By Michael Rosenberg
March 30, 2010

After much consideration, I have concluded that the 2010 NCAA champion will be ... nobody.

Duke can't win because this is basically the same Duke team we've seen for the last few years (long on shooters and hunger, short on size and athleticism) and we know that team can't win. Butler can't win because this is not a movie. Michigan State can't win because the Spartans are missing their most important player, point guard Kalin Lucas. And West Virginia can't win because the Mountaineers are missing their point guard, Darryl "Truck" Bryant, and even though Mountaineers coach Bob Huggins says Bryant might play, he surely won't be 100 percent, and besides, how can you trust a point guard named Truck?

This may be the least talented Final Four in many years. It might not produce a single NBA lottery pick this summer; the last time a Final Four failed to send a player into the next lottery was 1986, and the lottery was smaller then. In fact, it is plausible that this Final Four won't send a player into any lottery -- in 2010, 2011, 2012 or beyond.

Yet, precisely because of the lack of talent, this is the most lovable Final Four in years. If this NCAA tournament has taught us anything, it's that heart, desire, teamwork and coaching all matter. It's not just a talent parade.

We need this once in a while, don't we? Being a sports fan requires a certain suspension of disbelief. We must pretend that teams can win the World Series with a low payroll and those NFL linemen can't possibly be on steroids and these athletes aren't just hired guns and of the thousands of significant sporting events every year, not one of them is fixed.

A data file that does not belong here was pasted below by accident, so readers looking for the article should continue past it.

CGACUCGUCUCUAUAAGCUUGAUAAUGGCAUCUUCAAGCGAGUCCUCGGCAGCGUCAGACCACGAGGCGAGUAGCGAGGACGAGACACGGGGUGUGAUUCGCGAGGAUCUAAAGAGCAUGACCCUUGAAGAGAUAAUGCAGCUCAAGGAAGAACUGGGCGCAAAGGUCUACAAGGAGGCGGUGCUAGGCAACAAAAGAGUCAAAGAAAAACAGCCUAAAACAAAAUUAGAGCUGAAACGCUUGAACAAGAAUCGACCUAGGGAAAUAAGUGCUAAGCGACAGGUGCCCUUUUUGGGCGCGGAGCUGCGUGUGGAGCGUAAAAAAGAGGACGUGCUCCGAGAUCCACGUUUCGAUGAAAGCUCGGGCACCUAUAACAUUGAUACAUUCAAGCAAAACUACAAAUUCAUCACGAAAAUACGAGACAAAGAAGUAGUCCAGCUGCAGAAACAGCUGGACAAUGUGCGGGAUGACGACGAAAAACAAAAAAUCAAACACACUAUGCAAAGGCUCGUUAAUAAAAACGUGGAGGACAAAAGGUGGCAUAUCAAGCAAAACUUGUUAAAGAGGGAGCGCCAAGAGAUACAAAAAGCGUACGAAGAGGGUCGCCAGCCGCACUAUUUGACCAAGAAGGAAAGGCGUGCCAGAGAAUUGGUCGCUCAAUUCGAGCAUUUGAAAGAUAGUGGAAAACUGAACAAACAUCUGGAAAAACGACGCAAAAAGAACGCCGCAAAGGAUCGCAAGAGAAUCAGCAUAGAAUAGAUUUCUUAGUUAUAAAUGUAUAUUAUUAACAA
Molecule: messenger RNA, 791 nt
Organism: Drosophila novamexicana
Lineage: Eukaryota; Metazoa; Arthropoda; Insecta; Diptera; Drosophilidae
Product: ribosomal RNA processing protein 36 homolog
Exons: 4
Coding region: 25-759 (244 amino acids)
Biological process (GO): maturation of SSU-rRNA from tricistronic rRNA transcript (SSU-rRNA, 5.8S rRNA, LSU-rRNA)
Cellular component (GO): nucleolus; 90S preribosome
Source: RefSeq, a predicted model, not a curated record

And we want to believe heart matters. Guts matter. It's not just a question of which slimy coach magically landed the most gifted recruits.

On a related note: Kentucky lost.

I mean this: If the Wildcats had won the title, I think it would have been a watershed moment for the sport, like when we discovered baseball players had used performance-enhancing drugs. People would still watch the sport, but they wouldn't see it in quite the same way. The idea of universally loathed Kentucky coach John Calipari leaving Memphis, essentially stealing Memphis' recruits and winning the national title with extremely talented, one-and-done freshmen in his first year in Lexington ... it would go against everything people want to believe about March Madness.

(By the way,I recently wrote a column trying to explain what makes Calipari tick, and why, of all the ethically challenged coaches in this sport, he is the most reviled. Is he really the worst of the worst? Or just the most successful of the worst? A few readers interpreted this to mean I was DEFENDING Calipari, which was never my intention ... but upon re-reading the piece, I see why they thought that. I was not clear enough. Writer failure. My point was that, whether he is the worst of the rogues, or just the best at being a rogue, he is still a rogue. So let me state for the record: I believe Calipari breaks rules that haven't even been created yet, and if I were a school president for a hundred years, overseeing a thousand sports, I would never hire John Calipari.)

Kansas, the favorite, would have been more palatable than Kentucky, but even those Jayhawks would have won mostly on talent. This Final Four is a throwback to the 1980s, when North Carolina State and Villanova stunned the sports world by winning national titles.

We're heading for one of the most stunning champions of the last 20 years.

Duke was an almost universally pooh-poohed No. 1 seed. Before the tournament started, the general feeling seemed to be that Duke got a 1 seed on senior leadership, a weak ACC and corrupt officiating. (That's always the perception with Duke.)

Most people thought Michigan State, the preseason No. 2 team in the country, was not good as it should have been, and when I say "most people" I mean "Tom Izzo." West Virginia, the No. 2 in the East, looked like a typical Bob Huggins team: tough, defensive-minded, finished by the second weekend.

And nobody picked Butler to win it all because, well, nobody picks Butler to win it all. Now the Bulldogs get to play a Final Four at home, in the shadow of their own arena, where the original Hoosiers story unfolded. It is the kind of story everybody wants to believe in, and maybe that's the best thing about this NCAA tournament: you can believe in the things you want to believe in again.

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